Romans 7:15,18-19, 22-24

Can’t you just see Paul throwing up his hands in frustration, tearing out his hair, banging his head on his desk? I drive through that neighborhood a lot. “Ugh! I gave into temptation AGAIN!” “I just repented of coveting yesterday, and here I am doing it again today!” “Why did I react to that situation with pride instead of humility? I know what Scripture says about that!” I see the goal – Christlikeness. I want to get there, but I know that’s not going to come to completion this side of Glory. And it drives me absolutely nuts.

But then I see the cross. The grace. The kindness of my Savior to forgive me. And I’m reminded to keep moving forward, to “press on toward the goal for the prize of the upward call of God in Christ Jesus.” That it’s His work in my heart that makes me holy and enables me to obey, not my straining and striving. What a merciful and loving and gracious God!

Life is full of little (and big) pet peeves. But if we’ll submit ourselves to God, study His word, and seek to obey Him, they can have a sanctifying purpose. God can use even the most annoying irritation to sand off some of our rough edges, show us our sin, and lead us to become more like Christ.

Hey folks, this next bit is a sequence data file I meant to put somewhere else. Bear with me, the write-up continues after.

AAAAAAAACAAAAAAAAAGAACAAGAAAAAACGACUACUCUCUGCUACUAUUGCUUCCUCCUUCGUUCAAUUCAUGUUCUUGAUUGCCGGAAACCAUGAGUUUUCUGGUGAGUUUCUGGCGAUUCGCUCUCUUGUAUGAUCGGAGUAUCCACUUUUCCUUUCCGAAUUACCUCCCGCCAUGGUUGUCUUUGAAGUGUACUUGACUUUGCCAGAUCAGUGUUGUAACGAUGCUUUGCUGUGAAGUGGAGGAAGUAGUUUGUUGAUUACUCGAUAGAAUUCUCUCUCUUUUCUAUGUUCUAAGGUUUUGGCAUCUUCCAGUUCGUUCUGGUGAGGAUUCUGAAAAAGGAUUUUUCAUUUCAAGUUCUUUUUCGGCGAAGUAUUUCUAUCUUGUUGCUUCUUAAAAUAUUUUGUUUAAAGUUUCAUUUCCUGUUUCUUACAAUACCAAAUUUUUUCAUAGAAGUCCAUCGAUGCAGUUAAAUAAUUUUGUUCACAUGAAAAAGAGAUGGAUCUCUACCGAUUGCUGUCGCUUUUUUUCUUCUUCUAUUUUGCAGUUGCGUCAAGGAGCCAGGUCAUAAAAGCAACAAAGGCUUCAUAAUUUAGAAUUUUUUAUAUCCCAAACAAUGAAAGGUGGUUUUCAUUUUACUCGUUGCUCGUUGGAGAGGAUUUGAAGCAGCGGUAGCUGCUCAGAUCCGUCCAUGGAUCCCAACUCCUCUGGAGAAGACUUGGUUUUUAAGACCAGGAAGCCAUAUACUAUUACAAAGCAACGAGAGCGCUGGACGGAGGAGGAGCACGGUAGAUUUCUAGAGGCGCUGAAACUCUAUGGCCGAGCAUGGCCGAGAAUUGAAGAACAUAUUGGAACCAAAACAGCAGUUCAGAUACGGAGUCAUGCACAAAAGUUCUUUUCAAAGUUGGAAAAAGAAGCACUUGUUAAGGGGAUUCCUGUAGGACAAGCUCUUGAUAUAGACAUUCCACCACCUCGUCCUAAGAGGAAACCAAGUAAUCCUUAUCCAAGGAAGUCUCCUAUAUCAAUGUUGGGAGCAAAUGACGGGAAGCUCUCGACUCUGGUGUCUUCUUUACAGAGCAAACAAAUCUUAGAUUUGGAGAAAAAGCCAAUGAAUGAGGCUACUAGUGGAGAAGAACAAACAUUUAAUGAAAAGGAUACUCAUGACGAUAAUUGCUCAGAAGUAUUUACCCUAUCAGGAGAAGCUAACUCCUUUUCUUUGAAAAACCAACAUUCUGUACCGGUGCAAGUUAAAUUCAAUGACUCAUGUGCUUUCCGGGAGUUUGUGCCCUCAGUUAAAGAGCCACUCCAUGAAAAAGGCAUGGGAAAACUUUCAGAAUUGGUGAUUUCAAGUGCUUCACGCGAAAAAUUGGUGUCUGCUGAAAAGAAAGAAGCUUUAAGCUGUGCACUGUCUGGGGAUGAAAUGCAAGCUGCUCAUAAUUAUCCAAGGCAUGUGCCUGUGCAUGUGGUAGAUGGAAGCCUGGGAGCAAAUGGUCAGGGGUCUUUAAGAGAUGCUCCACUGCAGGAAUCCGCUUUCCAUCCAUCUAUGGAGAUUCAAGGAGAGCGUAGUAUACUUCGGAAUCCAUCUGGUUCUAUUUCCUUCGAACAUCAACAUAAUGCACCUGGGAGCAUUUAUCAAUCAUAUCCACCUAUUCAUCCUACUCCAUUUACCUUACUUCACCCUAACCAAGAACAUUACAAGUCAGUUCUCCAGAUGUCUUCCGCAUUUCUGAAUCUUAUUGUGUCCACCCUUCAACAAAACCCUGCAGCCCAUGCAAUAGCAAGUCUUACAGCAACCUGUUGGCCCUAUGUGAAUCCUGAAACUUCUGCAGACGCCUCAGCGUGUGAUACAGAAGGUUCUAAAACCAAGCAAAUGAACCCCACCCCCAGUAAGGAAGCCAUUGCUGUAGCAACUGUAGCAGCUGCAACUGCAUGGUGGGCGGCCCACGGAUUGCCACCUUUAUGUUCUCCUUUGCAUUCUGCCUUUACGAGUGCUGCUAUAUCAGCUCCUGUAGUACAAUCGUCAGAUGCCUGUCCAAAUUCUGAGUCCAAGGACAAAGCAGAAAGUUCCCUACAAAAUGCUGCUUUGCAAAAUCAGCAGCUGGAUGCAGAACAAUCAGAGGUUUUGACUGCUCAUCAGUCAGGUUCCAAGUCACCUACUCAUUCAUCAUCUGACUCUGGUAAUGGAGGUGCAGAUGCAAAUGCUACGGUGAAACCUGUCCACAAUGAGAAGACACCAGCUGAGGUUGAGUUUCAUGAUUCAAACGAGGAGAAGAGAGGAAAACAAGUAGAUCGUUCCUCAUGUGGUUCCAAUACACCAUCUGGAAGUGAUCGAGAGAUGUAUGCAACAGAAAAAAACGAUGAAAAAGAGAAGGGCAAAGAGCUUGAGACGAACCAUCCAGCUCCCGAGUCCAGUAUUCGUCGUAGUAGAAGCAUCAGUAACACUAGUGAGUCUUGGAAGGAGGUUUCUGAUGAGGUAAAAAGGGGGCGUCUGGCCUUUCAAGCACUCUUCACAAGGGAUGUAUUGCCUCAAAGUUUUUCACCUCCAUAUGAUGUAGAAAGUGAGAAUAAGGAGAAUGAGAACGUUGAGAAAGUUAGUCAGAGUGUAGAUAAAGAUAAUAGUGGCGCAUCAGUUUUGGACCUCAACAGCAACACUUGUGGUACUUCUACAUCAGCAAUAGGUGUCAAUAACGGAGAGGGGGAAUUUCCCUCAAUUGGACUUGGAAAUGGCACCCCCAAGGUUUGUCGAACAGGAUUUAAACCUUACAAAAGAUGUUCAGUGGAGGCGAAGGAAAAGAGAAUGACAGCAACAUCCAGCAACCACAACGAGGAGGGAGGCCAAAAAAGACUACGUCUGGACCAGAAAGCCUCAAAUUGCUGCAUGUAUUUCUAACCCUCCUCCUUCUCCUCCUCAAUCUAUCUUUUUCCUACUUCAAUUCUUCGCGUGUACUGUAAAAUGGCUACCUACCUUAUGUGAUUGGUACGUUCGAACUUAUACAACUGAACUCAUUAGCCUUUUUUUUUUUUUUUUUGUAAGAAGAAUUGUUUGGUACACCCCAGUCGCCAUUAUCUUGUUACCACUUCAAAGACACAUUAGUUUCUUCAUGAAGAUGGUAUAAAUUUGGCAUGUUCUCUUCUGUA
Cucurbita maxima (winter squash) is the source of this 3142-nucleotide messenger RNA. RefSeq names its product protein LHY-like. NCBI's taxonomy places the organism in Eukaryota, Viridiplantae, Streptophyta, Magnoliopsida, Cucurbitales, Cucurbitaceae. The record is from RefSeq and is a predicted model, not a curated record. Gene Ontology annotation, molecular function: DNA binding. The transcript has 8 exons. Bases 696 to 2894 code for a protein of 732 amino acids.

Do you have any pet peeves?
How could God use them as tools to sanctify you?

Sanctification, Sin

Throwback Thursday ~ Wise to the Ways of the Worldly: 4 Ways Worldliness Sneaks In, and the Scriptures to Slay It

Originally published August 31, 2018

Lately, every time I turn around, I keep bumping up against the same biblical concept. It’s showing up in my personal Bible study time. In Sunday School. In sermons. Even in a revival my husband and I served at this week.

Worldliness, and the need for Christians to be set apart.

What is worldliness? It’s thinking, acting, and “attituding” the way lost people think, act, and attitude. It’s taking everything in through a fleshly filter instead of a biblical one and putting yourself out there through a fleshly filter instead of a biblical one. It’s dealing with the world around you in any way Jesus wouldn’t.